Glad you got the "case flex" myth sorted out once and for all. Regarding spur gears vs. helical gears: There is some misunderstanding about overlap ratio and how significant this really is to overall gear strength. Not to knock you, because I also used to believe that the higher overlap ratio of a helical gear (2.0+) meant that it was stronger than a spur gear (1.35+), however other more important factors are involved.
If you look at how the helical gear engages, you will see that it starts engagement from one side, and ends on the other side of the individual gear tooth. Even in the most ideal conditions (totally fixed gears), one can visualize the load exerted on one side of the individual tooth, progressing to the other side as gear mesh continues to the next pair of teeth. This motion is how an individual tooth is torn off at the root, despite the fact that two gear pairs (2.0+ overlap ratio) are theoretically engaged. Add to this equation the fact that the idler gear needs to freewheel on a needle bearing whenever another gear is selected, and the fact that required needle bearing clearance = slop = deviation from ideal gear engagement, and you see how the problem is increased.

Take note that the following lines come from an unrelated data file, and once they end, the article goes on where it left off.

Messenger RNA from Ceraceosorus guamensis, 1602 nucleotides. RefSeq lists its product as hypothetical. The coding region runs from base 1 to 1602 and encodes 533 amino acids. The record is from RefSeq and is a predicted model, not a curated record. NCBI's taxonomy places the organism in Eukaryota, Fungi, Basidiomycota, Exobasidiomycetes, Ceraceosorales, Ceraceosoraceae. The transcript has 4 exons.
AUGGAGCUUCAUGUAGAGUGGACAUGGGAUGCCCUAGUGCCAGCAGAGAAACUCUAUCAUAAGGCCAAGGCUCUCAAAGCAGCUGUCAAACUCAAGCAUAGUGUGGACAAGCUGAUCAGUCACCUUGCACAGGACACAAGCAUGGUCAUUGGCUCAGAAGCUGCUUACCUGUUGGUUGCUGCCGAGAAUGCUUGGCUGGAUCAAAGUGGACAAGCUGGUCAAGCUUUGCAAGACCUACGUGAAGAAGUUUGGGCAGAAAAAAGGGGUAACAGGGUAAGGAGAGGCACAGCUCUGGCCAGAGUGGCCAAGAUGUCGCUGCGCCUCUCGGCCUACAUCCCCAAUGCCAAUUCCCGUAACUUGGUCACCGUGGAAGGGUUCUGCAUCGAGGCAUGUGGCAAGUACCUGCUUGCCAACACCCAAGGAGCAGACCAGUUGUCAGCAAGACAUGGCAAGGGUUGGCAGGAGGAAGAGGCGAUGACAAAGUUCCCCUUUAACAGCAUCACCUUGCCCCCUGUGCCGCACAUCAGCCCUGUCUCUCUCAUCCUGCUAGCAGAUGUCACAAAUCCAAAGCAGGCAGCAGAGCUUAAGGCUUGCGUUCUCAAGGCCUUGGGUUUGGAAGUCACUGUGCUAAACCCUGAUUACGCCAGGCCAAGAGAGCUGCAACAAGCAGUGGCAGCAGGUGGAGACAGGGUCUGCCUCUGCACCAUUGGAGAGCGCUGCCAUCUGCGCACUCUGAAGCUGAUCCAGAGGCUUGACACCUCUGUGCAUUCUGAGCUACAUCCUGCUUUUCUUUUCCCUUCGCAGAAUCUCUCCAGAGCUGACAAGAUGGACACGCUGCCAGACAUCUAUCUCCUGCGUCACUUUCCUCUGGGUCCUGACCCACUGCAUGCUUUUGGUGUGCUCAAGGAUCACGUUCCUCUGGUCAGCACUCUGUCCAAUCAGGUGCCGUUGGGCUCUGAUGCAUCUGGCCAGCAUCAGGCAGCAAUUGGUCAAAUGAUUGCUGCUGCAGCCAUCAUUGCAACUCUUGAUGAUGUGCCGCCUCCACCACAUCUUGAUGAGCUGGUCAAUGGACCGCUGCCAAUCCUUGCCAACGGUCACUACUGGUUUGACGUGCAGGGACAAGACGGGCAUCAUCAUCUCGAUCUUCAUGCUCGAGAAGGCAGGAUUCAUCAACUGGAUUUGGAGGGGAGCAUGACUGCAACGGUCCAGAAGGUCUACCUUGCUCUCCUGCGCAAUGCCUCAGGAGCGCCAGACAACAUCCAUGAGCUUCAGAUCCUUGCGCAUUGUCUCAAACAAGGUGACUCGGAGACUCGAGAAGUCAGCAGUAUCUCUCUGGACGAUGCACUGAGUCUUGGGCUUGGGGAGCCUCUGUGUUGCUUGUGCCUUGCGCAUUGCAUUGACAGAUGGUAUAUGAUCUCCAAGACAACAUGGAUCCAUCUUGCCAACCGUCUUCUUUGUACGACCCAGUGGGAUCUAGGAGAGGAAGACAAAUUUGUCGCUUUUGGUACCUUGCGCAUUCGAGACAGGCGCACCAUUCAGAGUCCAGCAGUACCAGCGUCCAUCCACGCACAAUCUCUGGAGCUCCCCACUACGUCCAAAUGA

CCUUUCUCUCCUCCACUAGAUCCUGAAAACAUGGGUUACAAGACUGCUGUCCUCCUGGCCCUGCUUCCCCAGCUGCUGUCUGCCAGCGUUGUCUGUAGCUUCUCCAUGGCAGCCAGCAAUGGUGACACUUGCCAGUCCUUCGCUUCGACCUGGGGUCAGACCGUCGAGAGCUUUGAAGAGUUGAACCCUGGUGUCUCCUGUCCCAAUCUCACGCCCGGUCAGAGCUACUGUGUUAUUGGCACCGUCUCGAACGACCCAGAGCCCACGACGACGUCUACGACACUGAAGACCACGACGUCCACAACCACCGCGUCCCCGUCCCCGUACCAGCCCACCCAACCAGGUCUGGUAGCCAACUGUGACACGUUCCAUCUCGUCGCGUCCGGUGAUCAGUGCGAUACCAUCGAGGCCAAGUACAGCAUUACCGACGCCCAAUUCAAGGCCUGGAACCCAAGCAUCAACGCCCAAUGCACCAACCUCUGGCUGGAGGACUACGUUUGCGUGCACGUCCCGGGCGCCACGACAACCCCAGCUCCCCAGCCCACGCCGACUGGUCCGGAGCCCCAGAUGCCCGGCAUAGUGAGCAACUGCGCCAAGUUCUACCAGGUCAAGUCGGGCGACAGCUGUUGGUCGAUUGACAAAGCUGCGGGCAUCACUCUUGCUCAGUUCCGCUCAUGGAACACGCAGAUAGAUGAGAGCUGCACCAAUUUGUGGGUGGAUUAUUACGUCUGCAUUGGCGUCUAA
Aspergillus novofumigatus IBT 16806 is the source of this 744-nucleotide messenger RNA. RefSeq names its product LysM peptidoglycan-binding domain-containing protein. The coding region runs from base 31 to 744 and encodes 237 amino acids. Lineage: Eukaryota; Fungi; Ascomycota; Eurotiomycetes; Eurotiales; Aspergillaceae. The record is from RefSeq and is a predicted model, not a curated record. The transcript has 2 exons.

Now visualize the individual gear tooth in a spur gear pair. As engagement occurs, load is distributed across the entire width of the gear tooth, rather than load starting at one side of the tooth and working toward the other side of the tooth. If you can visualize this, you now see why "beam strength" of the spur gear tooth is greater than that of the helical gear. Beam strength becomes a much more important factor in overall gear strength than overlap ratio in most race applications.
Now consider one more issue: Shaft flex (which you have correctly pinpointed as being FAR more of a factor in Subie trans weakness than case flex). When the mainshaft &/or pinion shaft flex, and the meshing gear pair spreads apart, the ideal design strength of the helical gear pair is further compromised (loss of ideal mesh), while the spur gear's mesh is barely affected. Straight-cut gears that move apart from one another still remain in near-full engagement.
The times when helical gears are "better" than spur gears are:
1) Street applications in which strength is not as much an issue as quiet-running.
2) Road race applications in which gear strength is not borderline (not the case with the puny Subie tranny).
3) Dragrace starts in which some of the shockloading is absorbed by end thrust with a helical 1st gear, vs. the spur gear (in which minimal end thrust is available to help deflect these damaging forces). The question "which is better -- helical or spur 1st gear in drag race applications" can only be answered by practical testing, not theory. And it seems that with the Subie transmission, high quality spur gears do just fine in 1st gear position. So that really leaves us with #1 above as possibly the only time that a helical gear is "better" than the spur gear.
This all pertains only to the main gear teeth themselves, since spur gears can be synchronized (although almost all spur gear manufacturers also have opted to adapt the "dog box" design, eliminating synchros alltogether), and helical gears can be "dogged".
Hope this info helps ---